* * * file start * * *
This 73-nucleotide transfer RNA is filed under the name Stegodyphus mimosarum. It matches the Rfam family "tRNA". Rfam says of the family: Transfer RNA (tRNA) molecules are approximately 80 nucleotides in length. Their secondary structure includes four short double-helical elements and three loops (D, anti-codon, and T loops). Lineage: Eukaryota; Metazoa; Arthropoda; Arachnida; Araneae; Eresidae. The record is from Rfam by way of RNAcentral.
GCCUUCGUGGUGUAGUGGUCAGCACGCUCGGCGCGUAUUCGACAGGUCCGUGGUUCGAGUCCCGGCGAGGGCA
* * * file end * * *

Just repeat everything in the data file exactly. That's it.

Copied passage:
This 73-nucleotide transfer RNA is filed under the name Stegodyphus mimosarum. It matches the Rfam family "tRNA". Rfam says of the family: Transfer RNA (tRNA) molecules are approximately 80 nucleotides in length. Their secondary structure includes four short double-helical elements and three loops (D, anti-codon, and T loops). Lineage: Eukaryota; Metazoa; Arthropoda; Arachnida; Araneae; Eresidae. The record is from Rfam by way of RNAcentral.
GCCUUCGUGGUGUAGUGGUCAGCACGCUCGGCGCGUAUUCGACAGGUCCGUGGUUCGAGUCCCGGCGAGGGCA